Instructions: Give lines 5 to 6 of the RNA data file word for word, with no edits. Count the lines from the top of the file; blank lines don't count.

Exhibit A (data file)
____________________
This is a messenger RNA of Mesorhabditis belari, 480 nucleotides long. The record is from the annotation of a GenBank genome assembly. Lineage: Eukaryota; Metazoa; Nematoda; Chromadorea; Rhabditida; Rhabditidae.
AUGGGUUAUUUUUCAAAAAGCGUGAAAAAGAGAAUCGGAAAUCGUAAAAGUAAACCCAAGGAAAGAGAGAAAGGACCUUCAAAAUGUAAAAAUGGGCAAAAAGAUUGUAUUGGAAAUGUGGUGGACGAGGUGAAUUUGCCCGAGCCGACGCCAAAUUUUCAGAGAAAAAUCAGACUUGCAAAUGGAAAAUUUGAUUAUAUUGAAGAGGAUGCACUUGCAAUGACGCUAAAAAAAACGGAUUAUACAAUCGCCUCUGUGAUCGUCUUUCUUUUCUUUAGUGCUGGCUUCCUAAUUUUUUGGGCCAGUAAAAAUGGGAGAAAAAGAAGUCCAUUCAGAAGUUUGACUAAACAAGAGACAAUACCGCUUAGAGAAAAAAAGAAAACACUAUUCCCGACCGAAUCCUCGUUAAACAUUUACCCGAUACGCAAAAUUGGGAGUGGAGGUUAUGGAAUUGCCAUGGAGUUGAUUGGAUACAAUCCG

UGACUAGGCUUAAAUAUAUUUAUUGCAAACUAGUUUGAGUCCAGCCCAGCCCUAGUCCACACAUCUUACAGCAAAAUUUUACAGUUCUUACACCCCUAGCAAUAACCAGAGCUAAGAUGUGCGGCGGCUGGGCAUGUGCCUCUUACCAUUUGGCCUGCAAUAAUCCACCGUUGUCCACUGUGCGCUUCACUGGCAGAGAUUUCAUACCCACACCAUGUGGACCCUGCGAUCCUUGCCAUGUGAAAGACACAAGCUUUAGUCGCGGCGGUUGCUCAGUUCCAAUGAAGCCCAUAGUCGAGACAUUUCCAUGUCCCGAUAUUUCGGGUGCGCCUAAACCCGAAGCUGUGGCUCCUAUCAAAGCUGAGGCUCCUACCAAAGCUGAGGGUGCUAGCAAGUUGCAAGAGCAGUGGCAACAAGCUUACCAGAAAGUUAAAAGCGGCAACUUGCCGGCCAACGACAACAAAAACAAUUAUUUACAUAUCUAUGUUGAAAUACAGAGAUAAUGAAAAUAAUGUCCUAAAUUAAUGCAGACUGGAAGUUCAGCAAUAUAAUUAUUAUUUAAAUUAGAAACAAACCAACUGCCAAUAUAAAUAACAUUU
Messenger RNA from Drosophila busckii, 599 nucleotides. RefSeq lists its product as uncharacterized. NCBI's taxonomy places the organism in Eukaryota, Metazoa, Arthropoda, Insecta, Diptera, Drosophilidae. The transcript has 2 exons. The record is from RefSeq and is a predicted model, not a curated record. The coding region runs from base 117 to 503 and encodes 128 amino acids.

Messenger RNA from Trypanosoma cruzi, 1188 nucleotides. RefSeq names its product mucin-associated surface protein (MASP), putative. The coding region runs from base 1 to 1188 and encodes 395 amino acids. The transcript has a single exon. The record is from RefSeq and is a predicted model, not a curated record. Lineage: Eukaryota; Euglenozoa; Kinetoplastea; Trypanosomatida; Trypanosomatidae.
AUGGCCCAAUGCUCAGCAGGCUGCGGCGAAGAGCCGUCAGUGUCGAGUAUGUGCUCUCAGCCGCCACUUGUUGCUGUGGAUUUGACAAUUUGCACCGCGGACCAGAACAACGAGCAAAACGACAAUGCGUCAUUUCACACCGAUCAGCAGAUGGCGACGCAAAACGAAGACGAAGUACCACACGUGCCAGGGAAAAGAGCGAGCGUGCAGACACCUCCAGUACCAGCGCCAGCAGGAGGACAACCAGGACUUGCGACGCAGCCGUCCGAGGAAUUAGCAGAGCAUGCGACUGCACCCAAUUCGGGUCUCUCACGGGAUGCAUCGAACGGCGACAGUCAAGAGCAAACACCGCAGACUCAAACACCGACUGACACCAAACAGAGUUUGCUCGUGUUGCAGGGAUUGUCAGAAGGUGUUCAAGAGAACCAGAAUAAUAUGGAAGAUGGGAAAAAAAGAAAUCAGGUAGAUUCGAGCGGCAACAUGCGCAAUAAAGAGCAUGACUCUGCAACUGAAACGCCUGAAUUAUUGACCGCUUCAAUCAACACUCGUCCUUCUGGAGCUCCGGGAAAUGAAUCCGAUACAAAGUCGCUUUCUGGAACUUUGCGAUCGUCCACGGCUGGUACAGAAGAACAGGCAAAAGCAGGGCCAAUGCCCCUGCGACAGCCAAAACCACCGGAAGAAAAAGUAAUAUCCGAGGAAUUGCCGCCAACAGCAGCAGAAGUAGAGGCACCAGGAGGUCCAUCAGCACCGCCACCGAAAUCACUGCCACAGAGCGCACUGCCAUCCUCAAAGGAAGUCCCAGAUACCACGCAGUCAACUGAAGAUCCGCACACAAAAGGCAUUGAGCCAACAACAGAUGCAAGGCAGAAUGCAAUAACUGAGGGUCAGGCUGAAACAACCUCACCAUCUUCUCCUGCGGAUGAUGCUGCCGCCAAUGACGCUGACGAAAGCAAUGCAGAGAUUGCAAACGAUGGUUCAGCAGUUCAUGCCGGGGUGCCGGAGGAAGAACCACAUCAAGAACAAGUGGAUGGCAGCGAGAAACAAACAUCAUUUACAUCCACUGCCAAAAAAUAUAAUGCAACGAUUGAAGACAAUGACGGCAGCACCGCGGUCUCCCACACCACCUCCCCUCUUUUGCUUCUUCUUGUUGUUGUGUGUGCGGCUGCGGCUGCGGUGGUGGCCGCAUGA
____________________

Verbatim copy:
Messenger RNA from Trypanosoma cruzi, 1188 nucleotides. RefSeq names its product mucin-associated surface protein (MASP), putative. The coding region runs from base 1 to 1188 and encodes 395 amino acids. The transcript has a single exon. The record is from RefSeq and is a predicted model, not a curated record. Lineage: Eukaryota; Euglenozoa; Kinetoplastea; Trypanosomatida; Trypanosomatidae.
AUGGCCCAAUGCUCAGCAGGCUGCGGCGAAGAGCCGUCAGUGUCGAGUAUGUGCUCUCAGCCGCCACUUGUUGCUGUGGAUUUGACAAUUUGCACCGCGGACCAGAACAACGAGCAAAACGACAAUGCGUCAUUUCACACCGAUCAGCAGAUGGCGACGCAAAACGAAGACGAAGUACCACACGUGCCAGGGAAAAGAGCGAGCGUGCAGACACCUCCAGUACCAGCGCCAGCAGGAGGACAACCAGGACUUGCGACGCAGCCGUCCGAGGAAUUAGCAGAGCAUGCGACUGCACCCAAUUCGGGUCUCUCACGGGAUGCAUCGAACGGCGACAGUCAAGAGCAAACACCGCAGACUCAAACACCGACUGACACCAAACAGAGUUUGCUCGUGUUGCAGGGAUUGUCAGAAGGUGUUCAAGAGAACCAGAAUAAUAUGGAAGAUGGGAAAAAAAGAAAUCAGGUAGAUUCGAGCGGCAACAUGCGCAAUAAAGAGCAUGACUCUGCAACUGAAACGCCUGAAUUAUUGACCGCUUCAAUCAACACUCGUCCUUCUGGAGCUCCGGGAAAUGAAUCCGAUACAAAGUCGCUUUCUGGAACUUUGCGAUCGUCCACGGCUGGUACAGAAGAACAGGCAAAAGCAGGGCCAAUGCCCCUGCGACAGCCAAAACCACCGGAAGAAAAAGUAAUAUCCGAGGAAUUGCCGCCAACAGCAGCAGAAGUAGAGGCACCAGGAGGUCCAUCAGCACCGCCACCGAAAUCACUGCCACAGAGCGCACUGCCAUCCUCAAAGGAAGUCCCAGAUACCACGCAGUCAACUGAAGAUCCGCACACAAAAGGCAUUGAGCCAACAACAGAUGCAAGGCAGAAUGCAAUAACUGAGGGUCAGGCUGAAACAACCUCACCAUCUUCUCCUGCGGAUGAUGCUGCCGCCAAUGACGCUGACGAAAGCAAUGCAGAGAUUGCAAACGAUGGUUCAGCAGUUCAUGCCGGGGUGCCGGAGGAAGAACCACAUCAAGAACAAGUGGAUGGCAGCGAGAAACAAACAUCAUUUACAUCCACUGCCAAAAAAUAUAAUGCAACGAUUGAAGACAAUGACGGCAGCACCGCGGUCUCCCACACCACCUCCCCUCUUUUGCUUCUUCUUGUUGUUGUGUGUGCGGCUGCGGCUGCGGUGGUGGCCGCAUGA